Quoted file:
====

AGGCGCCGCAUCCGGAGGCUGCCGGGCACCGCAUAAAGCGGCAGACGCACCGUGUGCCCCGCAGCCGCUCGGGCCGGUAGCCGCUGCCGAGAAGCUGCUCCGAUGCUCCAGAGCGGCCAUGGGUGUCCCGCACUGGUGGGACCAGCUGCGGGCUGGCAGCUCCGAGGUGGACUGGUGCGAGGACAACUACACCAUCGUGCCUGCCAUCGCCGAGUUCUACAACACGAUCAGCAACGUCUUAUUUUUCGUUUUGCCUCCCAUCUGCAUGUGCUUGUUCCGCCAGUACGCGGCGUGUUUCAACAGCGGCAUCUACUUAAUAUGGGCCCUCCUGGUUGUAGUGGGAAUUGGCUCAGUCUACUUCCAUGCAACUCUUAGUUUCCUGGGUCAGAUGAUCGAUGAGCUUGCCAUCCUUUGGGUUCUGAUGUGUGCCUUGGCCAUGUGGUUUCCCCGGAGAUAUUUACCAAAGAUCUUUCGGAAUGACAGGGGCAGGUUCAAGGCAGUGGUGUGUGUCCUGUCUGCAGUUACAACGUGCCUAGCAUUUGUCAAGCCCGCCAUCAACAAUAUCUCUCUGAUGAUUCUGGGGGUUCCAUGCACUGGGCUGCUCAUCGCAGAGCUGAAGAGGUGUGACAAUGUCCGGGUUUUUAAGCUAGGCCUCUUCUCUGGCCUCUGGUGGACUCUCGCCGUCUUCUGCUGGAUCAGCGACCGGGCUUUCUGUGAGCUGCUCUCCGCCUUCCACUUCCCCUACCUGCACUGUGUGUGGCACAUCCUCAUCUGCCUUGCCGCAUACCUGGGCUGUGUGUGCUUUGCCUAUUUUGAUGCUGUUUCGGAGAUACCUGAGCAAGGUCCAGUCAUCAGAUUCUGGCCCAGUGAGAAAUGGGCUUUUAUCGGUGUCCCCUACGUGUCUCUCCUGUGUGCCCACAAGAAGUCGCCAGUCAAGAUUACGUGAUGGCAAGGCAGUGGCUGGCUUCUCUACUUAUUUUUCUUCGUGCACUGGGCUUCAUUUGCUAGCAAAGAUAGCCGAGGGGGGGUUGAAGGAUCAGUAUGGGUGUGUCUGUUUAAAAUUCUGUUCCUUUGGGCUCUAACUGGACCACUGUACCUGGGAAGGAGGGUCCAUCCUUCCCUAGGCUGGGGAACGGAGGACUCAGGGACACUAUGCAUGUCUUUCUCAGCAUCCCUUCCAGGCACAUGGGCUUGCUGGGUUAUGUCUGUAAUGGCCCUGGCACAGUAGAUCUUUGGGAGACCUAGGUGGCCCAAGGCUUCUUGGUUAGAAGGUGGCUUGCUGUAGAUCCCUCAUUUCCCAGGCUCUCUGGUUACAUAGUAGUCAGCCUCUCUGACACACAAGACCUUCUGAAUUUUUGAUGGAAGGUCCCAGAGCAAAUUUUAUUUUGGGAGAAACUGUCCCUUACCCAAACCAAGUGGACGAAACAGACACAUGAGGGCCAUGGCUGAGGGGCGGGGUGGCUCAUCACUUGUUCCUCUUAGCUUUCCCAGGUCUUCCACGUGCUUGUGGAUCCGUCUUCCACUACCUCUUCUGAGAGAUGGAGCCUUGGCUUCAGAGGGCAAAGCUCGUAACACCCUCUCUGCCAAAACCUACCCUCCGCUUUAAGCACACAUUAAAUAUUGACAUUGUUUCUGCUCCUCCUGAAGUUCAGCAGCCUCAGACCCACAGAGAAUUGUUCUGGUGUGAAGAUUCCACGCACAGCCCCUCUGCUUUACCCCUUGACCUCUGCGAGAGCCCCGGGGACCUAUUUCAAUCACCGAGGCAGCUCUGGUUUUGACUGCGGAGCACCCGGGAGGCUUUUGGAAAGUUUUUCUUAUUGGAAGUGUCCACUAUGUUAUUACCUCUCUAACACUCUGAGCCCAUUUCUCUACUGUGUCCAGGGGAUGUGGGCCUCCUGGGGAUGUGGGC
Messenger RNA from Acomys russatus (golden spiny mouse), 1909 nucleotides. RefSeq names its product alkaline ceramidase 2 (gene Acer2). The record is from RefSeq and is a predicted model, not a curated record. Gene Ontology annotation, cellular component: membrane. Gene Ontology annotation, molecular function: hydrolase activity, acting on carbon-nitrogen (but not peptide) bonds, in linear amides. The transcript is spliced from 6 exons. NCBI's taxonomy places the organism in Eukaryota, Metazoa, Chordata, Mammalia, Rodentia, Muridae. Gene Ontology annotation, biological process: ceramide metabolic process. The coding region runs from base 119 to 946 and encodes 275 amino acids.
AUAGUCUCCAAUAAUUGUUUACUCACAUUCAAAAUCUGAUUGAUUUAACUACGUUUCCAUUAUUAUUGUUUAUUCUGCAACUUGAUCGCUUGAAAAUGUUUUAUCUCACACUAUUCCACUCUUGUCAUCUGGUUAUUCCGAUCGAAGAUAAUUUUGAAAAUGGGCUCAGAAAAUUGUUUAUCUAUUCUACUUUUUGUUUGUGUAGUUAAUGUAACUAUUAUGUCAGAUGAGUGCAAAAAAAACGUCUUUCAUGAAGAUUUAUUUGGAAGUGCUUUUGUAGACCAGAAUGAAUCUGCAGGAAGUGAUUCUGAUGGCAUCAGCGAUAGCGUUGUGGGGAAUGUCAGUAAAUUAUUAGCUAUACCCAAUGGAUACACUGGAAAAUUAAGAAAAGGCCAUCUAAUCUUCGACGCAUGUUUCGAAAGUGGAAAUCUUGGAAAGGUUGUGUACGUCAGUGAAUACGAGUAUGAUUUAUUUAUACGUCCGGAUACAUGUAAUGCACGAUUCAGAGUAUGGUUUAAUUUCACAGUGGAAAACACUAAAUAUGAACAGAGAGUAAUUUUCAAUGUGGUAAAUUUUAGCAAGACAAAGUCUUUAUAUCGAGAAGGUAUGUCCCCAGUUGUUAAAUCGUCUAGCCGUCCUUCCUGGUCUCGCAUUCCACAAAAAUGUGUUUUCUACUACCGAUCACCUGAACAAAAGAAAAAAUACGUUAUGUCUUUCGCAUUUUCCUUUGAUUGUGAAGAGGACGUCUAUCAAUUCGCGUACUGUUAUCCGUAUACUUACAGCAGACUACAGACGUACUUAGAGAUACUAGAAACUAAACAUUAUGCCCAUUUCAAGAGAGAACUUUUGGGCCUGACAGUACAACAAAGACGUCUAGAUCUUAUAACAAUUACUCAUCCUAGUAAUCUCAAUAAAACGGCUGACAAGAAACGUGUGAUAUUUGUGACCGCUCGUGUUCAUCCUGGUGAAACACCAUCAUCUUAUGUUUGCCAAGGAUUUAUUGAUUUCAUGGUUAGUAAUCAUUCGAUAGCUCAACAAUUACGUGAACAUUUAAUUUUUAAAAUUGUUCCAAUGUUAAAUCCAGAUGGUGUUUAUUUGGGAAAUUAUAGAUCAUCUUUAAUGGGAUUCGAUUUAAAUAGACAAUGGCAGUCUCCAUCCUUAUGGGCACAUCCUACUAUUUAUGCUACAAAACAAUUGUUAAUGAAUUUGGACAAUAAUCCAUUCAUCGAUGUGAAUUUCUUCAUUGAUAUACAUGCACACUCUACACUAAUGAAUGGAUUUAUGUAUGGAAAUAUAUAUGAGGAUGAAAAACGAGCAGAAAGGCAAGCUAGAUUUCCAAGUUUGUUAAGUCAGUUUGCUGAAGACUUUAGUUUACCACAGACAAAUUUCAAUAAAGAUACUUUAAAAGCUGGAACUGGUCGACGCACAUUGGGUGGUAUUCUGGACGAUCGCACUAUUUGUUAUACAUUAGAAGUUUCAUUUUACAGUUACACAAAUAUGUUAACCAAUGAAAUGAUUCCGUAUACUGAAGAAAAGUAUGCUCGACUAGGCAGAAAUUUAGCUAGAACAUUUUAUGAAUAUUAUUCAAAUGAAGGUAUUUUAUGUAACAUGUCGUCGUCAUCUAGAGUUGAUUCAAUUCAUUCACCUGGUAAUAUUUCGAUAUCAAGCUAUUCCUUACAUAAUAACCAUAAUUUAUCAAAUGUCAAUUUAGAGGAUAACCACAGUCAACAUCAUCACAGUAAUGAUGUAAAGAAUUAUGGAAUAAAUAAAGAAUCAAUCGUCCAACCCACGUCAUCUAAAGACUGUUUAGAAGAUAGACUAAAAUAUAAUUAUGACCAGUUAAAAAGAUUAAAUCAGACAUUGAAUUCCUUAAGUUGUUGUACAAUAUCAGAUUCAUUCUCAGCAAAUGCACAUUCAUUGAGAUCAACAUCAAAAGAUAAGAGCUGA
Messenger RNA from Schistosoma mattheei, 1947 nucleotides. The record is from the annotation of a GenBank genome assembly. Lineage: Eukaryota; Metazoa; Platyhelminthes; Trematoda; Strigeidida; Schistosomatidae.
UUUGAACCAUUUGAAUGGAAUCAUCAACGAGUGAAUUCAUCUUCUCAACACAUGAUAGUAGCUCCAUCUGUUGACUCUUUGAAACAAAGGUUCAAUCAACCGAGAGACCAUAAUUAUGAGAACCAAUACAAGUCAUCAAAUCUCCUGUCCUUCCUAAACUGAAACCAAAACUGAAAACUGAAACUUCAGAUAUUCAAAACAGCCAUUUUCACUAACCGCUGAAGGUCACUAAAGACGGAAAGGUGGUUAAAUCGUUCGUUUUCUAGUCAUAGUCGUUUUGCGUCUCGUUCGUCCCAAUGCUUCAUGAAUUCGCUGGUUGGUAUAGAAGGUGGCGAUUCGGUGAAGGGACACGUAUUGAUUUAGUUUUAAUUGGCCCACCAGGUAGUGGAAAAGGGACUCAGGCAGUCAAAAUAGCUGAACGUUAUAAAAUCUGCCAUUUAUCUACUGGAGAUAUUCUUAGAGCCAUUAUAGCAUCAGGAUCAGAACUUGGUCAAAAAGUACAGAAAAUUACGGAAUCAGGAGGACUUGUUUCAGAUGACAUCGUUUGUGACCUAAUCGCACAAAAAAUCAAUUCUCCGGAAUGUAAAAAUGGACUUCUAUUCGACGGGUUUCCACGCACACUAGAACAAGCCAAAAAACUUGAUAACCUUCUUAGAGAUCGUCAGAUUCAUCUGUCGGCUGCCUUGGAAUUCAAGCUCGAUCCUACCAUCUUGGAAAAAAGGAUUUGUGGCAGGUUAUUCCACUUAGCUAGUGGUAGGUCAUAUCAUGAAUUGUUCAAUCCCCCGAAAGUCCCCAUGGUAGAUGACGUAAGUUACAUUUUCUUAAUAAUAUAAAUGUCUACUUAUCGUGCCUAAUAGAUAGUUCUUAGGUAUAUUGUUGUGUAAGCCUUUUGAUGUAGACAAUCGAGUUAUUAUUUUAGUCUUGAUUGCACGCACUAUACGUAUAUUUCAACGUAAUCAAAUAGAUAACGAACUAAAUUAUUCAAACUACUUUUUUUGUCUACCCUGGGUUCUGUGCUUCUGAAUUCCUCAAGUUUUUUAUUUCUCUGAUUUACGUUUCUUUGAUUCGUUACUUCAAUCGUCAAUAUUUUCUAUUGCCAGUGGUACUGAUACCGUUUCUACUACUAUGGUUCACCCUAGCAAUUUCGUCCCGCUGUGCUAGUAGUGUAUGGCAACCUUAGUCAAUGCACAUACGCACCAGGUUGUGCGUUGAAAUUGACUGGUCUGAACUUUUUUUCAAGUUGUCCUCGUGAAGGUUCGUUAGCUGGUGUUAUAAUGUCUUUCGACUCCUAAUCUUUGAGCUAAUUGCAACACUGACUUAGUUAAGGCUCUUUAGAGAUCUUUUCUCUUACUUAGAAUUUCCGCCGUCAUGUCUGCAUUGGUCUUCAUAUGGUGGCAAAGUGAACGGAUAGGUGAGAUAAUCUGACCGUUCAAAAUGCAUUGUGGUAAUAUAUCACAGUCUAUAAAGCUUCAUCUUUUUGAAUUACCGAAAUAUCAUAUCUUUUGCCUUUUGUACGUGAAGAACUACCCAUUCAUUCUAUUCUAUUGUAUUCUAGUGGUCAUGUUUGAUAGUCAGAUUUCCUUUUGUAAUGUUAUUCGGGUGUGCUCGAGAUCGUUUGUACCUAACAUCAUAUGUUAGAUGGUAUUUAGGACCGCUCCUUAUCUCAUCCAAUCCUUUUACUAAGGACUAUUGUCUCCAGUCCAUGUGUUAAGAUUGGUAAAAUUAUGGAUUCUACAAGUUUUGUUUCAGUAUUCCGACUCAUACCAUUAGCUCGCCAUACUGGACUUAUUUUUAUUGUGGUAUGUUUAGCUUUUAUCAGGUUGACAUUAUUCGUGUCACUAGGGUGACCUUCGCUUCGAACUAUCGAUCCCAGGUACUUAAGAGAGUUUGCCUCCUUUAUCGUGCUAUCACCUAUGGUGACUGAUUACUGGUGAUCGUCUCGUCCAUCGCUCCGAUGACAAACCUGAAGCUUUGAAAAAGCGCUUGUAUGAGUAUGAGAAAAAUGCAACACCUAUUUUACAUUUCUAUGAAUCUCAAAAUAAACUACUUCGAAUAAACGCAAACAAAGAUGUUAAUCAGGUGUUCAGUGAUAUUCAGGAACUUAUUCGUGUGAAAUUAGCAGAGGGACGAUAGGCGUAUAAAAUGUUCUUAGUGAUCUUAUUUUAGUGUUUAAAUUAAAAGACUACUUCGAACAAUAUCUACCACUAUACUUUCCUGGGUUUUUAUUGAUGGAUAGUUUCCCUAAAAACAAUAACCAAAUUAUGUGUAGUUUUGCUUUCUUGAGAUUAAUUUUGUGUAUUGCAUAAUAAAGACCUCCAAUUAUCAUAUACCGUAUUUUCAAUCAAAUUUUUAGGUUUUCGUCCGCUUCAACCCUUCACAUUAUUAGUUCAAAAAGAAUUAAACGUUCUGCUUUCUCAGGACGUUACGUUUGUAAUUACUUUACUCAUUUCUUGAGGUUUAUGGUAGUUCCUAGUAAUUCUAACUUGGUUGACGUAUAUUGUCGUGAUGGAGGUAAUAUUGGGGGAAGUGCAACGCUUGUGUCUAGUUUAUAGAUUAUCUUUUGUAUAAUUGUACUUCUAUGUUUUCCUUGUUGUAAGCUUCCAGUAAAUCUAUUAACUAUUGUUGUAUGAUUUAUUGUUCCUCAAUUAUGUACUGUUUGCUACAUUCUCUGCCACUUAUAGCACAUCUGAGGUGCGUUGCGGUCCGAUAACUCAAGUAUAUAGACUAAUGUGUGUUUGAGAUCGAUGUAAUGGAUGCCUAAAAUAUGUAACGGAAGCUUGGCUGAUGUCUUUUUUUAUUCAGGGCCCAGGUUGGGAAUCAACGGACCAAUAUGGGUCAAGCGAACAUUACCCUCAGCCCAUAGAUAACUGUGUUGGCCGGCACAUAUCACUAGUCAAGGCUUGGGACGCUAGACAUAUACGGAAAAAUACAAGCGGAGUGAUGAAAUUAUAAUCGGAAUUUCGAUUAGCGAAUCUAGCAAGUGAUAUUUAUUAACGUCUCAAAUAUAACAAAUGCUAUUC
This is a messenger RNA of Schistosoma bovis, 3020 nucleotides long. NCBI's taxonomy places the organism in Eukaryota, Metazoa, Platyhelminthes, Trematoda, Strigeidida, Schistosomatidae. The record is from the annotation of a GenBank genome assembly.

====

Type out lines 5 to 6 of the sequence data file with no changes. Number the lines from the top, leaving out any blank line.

UUUGAACCAUUUGAAUGGAAUCAUCAACGAGUGAAUUCAUCUUCUCAACACAUGAUAGUAGCUCCAUCUGUUGACUCUUUGAAACAAAGGUUCAAUCAACCGAGAGACCAUAAUUAUGAGAACCAAUACAAGUCAUCAAAUCUCCUGUCCUUCCUAAACUGAAACCAAAACUGAAAACUGAAACUUCAGAUAUUCAAAACAGCCAUUUUCACUAACCGCUGAAGGUCACUAAAGACGGAAAGGUGGUUAAAUCGUUCGUUUUCUAGUCAUAGUCGUUUUGCGUCUCGUUCGUCCCAAUGCUUCAUGAAUUCGCUGGUUGGUAUAGAAGGUGGCGAUUCGGUGAAGGGACACGUAUUGAUUUAGUUUUAAUUGGCCCACCAGGUAGUGGAAAAGGGACUCAGGCAGUCAAAAUAGCUGAACGUUAUAAAAUCUGCCAUUUAUCUACUGGAGAUAUUCUUAGAGCCAUUAUAGCAUCAGGAUCAGAACUUGGUCAAAAAGUACAGAAAAUUACGGAAUCAGGAGGACUUGUUUCAGAUGACAUCGUUUGUGACCUAAUCGCACAAAAAAUCAAUUCUCCGGAAUGUAAAAAUGGACUUCUAUUCGACGGGUUUCCACGCACACUAGAACAAGCCAAAAAACUUGAUAACCUUCUUAGAGAUCGUCAGAUUCAUCUGUCGGCUGCCUUGGAAUUCAAGCUCGAUCCUACCAUCUUGGAAAAAAGGAUUUGUGGCAGGUUAUUCCACUUAGCUAGUGGUAGGUCAUAUCAUGAAUUGUUCAAUCCCCCGAAAGUCCCCAUGGUAGAUGACGUAAGUUACAUUUUCUUAAUAAUAUAAAUGUCUACUUAUCGUGCCUAAUAGAUAGUUCUUAGGUAUAUUGUUGUGUAAGCCUUUUGAUGUAGACAAUCGAGUUAUUAUUUUAGUCUUGAUUGCACGCACUAUACGUAUAUUUCAACGUAAUCAAAUAGAUAACGAACUAAAUUAUUCAAACUACUUUUUUUGUCUACCCUGGGUUCUGUGCUUCUGAAUUCCUCAAGUUUUUUAUUUCUCUGAUUUACGUUUCUUUGAUUCGUUACUUCAAUCGUCAAUAUUUUCUAUUGCCAGUGGUACUGAUACCGUUUCUACUACUAUGGUUCACCCUAGCAAUUUCGUCCCGCUGUGCUAGUAGUGUAUGGCAACCUUAGUCAAUGCACAUACGCACCAGGUUGUGCGUUGAAAUUGACUGGUCUGAACUUUUUUUCAAGUUGUCCUCGUGAAGGUUCGUUAGCUGGUGUUAUAAUGUCUUUCGACUCCUAAUCUUUGAGCUAAUUGCAACACUGACUUAGUUAAGGCUCUUUAGAGAUCUUUUCUCUUACUUAGAAUUUCCGCCGUCAUGUCUGCAUUGGUCUUCAUAUGGUGGCAAAGUGAACGGAUAGGUGAGAUAAUCUGACCGUUCAAAAUGCAUUGUGGUAAUAUAUCACAGUCUAUAAAGCUUCAUCUUUUUGAAUUACCGAAAUAUCAUAUCUUUUGCCUUUUGUACGUGAAGAACUACCCAUUCAUUCUAUUCUAUUGUAUUCUAGUGGUCAUGUUUGAUAGUCAGAUUUCCUUUUGUAAUGUUAUUCGGGUGUGCUCGAGAUCGUUUGUACCUAACAUCAUAUGUUAGAUGGUAUUUAGGACCGCUCCUUAUCUCAUCCAAUCCUUUUACUAAGGACUAUUGUCUCCAGUCCAUGUGUUAAGAUUGGUAAAAUUAUGGAUUCUACAAGUUUUGUUUCAGUAUUCCGACUCAUACCAUUAGCUCGCCAUACUGGACUUAUUUUUAUUGUGGUAUGUUUAGCUUUUAUCAGGUUGACAUUAUUCGUGUCACUAGGGUGACCUUCGCUUCGAACUAUCGAUCCCAGGUACUUAAGAGAGUUUGCCUCCUUUAUCGUGCUAUCACCUAUGGUGACUGAUUACUGGUGAUCGUCUCGUCCAUCGCUCCGAUGACAAACCUGAAGCUUUGAAAAAGCGCUUGUAUGAGUAUGAGAAAAAUGCAACACCUAUUUUACAUUUCUAUGAAUCUCAAAAUAAACUACUUCGAAUAAACGCAAACAAAGAUGUUAAUCAGGUGUUCAGUGAUAUUCAGGAACUUAUUCGUGUGAAAUUAGCAGAGGGACGAUAGGCGUAUAAAAUGUUCUUAGUGAUCUUAUUUUAGUGUUUAAAUUAAAAGACUACUUCGAACAAUAUCUACCACUAUACUUUCCUGGGUUUUUAUUGAUGGAUAGUUUCCCUAAAAACAAUAACCAAAUUAUGUGUAGUUUUGCUUUCUUGAGAUUAAUUUUGUGUAUUGCAUAAUAAAGACCUCCAAUUAUCAUAUACCGUAUUUUCAAUCAAAUUUUUAGGUUUUCGUCCGCUUCAACCCUUCACAUUAUUAGUUCAAAAAGAAUUAAACGUUCUGCUUUCUCAGGACGUUACGUUUGUAAUUACUUUACUCAUUUCUUGAGGUUUAUGGUAGUUCCUAGUAAUUCUAACUUGGUUGACGUAUAUUGUCGUGAUGGAGGUAAUAUUGGGGGAAGUGCAACGCUUGUGUCUAGUUUAUAGAUUAUCUUUUGUAUAAUUGUACUUCUAUGUUUUCCUUGUUGUAAGCUUCCAGUAAAUCUAUUAACUAUUGUUGUAUGAUUUAUUGUUCCUCAAUUAUGUACUGUUUGCUACAUUCUCUGCCACUUAUAGCACAUCUGAGGUGCGUUGCGGUCCGAUAACUCAAGUAUAUAGACUAAUGUGUGUUUGAGAUCGAUGUAAUGGAUGCCUAAAAUAUGUAACGGAAGCUUGGCUGAUGUCUUUUUUUAUUCAGGGCCCAGGUUGGGAAUCAACGGACCAAUAUGGGUCAAGCGAACAUUACCCUCAGCCCAUAGAUAACUGUGUUGGCCGGCACAUAUCACUAGUCAAGGCUUGGGACGCUAGACAUAUACGGAAAAAUACAAGCGGAGUGAUGAAAUUAUAAUCGGAAUUUCGAUUAGCGAAUCUAGCAAGUGAUAUUUAUUAACGUCUCAAAUAUAACAAAUGCUAUUC
This is a messenger RNA of Schistosoma bovis, 3020 nucleotides long. NCBI's taxonomy places the organism in Eukaryota, Metazoa, Platyhelminthes, Trematoda, Strigeidida, Schistosomatidae. The record is from the annotation of a GenBank genome assembly.